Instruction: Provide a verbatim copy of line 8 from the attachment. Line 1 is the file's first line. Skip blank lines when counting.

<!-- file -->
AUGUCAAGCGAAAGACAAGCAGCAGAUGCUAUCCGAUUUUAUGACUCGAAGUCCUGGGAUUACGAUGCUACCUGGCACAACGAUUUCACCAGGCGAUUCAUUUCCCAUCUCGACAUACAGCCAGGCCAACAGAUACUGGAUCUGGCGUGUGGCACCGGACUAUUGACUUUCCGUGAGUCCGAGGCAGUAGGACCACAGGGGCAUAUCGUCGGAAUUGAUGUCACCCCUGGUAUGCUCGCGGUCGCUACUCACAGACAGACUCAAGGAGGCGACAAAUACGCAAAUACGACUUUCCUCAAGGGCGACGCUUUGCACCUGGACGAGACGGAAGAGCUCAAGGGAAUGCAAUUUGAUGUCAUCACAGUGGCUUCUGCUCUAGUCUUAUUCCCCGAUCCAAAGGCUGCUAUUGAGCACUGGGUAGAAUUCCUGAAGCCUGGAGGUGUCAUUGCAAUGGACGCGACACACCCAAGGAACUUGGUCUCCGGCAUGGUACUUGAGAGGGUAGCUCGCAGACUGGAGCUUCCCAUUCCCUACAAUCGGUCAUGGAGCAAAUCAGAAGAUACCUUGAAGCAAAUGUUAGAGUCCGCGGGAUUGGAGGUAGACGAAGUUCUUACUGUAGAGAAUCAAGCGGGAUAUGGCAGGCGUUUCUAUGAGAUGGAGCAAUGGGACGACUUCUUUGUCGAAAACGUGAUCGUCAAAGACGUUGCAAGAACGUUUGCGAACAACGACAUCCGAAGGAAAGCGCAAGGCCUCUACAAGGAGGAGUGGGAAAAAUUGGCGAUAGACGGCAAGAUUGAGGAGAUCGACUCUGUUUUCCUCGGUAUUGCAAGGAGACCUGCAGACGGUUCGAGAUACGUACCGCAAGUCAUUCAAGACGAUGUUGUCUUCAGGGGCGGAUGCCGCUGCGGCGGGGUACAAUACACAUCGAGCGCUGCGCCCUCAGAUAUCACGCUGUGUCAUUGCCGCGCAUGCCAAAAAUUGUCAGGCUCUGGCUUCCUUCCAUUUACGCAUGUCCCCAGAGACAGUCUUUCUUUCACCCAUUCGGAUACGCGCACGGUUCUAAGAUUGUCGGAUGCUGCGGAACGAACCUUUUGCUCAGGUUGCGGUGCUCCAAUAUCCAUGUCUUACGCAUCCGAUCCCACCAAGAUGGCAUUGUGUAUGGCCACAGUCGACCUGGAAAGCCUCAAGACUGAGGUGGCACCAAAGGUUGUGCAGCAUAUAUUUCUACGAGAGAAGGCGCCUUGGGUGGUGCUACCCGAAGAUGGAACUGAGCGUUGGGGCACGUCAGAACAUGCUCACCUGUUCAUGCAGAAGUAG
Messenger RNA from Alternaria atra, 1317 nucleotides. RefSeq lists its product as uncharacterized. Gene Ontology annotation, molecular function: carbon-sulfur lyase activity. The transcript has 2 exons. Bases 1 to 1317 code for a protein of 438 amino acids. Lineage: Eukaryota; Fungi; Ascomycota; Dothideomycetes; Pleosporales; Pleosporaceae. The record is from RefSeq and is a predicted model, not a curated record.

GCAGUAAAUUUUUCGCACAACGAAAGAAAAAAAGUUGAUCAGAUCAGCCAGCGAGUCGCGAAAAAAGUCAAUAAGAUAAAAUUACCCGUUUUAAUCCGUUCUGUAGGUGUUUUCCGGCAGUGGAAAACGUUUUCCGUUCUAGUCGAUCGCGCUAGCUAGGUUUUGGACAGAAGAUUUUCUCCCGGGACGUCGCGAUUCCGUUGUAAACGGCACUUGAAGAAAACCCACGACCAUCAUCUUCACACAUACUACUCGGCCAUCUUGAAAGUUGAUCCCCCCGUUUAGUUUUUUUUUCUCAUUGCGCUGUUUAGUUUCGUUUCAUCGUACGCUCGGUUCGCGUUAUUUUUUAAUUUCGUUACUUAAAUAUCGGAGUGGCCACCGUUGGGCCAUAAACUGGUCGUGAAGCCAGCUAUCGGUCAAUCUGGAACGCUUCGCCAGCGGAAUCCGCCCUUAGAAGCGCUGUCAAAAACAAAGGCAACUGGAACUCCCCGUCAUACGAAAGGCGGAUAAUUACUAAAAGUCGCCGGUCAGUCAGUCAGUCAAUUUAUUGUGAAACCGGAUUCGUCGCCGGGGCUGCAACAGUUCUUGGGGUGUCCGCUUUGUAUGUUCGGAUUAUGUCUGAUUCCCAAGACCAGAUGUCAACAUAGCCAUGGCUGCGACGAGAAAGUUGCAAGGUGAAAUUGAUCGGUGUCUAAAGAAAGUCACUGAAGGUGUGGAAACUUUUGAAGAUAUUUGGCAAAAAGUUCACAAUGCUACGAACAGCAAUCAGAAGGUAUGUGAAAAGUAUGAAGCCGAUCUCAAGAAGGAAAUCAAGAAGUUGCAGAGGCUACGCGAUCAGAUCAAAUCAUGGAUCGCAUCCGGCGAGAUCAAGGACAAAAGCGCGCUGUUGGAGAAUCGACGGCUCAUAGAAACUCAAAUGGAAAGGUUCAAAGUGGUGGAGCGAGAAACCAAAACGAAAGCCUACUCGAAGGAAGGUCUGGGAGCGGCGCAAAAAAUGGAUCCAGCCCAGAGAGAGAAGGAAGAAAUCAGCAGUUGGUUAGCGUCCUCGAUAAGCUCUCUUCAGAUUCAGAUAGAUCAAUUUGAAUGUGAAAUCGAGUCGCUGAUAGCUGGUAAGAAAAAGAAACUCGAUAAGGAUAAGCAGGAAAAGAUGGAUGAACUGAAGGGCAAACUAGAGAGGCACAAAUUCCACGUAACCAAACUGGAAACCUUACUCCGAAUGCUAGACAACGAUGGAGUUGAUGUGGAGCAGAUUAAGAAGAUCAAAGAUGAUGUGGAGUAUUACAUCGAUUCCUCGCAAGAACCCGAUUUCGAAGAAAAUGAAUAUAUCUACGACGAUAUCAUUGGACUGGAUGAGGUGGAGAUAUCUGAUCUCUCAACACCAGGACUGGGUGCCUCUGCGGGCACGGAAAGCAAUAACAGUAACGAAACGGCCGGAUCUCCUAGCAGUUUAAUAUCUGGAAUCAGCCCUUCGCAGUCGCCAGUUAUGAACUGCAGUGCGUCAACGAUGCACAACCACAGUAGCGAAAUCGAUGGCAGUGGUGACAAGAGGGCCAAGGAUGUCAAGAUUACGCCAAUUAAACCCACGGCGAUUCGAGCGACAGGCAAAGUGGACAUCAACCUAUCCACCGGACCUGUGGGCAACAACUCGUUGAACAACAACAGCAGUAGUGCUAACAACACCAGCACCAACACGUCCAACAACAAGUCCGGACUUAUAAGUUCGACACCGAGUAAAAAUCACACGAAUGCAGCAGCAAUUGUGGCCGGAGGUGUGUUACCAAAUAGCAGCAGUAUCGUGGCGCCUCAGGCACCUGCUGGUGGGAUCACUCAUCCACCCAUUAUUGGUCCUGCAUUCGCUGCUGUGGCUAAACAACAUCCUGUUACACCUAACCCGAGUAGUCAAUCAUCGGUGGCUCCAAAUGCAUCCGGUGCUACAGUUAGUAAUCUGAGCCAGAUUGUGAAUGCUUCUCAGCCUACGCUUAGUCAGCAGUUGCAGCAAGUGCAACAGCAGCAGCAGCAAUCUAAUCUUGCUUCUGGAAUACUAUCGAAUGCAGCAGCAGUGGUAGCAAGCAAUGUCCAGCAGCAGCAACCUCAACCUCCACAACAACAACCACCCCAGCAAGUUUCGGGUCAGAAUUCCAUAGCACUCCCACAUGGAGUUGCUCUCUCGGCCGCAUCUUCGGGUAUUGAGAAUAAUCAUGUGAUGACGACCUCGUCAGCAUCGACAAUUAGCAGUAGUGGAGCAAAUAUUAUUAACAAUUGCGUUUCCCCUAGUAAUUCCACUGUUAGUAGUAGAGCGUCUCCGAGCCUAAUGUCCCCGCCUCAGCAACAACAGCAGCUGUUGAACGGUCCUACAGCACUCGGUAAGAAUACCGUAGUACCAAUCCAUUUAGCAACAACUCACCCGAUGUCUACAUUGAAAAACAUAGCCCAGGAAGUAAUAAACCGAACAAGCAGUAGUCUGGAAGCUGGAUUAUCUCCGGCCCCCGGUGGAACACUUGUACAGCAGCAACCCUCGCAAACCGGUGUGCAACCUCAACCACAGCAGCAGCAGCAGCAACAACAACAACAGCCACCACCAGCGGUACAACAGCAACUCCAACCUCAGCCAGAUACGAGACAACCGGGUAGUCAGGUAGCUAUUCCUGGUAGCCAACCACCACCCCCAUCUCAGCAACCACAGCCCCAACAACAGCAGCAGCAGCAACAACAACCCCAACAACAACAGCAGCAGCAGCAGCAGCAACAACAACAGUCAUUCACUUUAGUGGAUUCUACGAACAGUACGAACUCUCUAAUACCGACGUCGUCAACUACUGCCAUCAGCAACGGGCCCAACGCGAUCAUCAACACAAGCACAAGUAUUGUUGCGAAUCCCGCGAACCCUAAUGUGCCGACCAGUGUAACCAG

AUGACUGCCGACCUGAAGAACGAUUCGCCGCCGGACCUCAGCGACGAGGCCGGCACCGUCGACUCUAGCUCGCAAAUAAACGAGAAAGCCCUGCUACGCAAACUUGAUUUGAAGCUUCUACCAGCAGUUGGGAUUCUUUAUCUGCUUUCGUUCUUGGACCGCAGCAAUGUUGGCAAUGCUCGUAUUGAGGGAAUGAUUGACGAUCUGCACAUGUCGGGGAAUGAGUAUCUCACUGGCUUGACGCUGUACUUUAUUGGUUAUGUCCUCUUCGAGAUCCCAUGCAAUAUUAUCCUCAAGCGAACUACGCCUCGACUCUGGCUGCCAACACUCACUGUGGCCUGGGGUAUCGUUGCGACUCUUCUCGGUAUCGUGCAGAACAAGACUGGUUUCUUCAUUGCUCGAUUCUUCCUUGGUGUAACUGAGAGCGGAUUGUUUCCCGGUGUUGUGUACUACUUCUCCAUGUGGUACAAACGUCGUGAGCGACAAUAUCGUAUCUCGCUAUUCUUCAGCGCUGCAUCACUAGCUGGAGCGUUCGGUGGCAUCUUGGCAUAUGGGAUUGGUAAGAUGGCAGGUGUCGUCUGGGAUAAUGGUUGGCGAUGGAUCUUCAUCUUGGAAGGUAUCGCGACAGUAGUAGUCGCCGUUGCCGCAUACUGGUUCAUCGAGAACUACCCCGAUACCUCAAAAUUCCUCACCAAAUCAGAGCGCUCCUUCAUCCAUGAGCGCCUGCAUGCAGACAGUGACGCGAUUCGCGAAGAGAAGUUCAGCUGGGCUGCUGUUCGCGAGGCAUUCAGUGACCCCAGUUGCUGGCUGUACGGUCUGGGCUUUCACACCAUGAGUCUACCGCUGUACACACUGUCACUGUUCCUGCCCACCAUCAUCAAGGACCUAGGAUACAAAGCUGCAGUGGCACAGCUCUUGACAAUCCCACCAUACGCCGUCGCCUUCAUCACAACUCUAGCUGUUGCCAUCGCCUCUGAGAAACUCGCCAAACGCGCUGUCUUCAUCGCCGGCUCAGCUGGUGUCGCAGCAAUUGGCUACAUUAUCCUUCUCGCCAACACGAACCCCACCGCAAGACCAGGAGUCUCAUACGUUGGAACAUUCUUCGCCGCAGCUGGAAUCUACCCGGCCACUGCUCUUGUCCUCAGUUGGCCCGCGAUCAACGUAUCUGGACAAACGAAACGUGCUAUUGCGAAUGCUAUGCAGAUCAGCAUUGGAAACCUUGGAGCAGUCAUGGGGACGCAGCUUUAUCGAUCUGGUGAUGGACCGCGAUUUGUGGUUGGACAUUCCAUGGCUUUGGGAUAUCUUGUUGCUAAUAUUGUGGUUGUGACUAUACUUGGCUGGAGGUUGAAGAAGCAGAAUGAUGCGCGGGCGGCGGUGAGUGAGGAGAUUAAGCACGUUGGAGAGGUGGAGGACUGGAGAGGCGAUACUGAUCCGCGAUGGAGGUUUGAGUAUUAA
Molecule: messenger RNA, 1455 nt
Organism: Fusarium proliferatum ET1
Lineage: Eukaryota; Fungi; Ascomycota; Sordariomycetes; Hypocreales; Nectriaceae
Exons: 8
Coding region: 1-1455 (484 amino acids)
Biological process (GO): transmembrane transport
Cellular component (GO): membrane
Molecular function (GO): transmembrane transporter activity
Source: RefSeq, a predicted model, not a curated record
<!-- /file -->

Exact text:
Exons: 8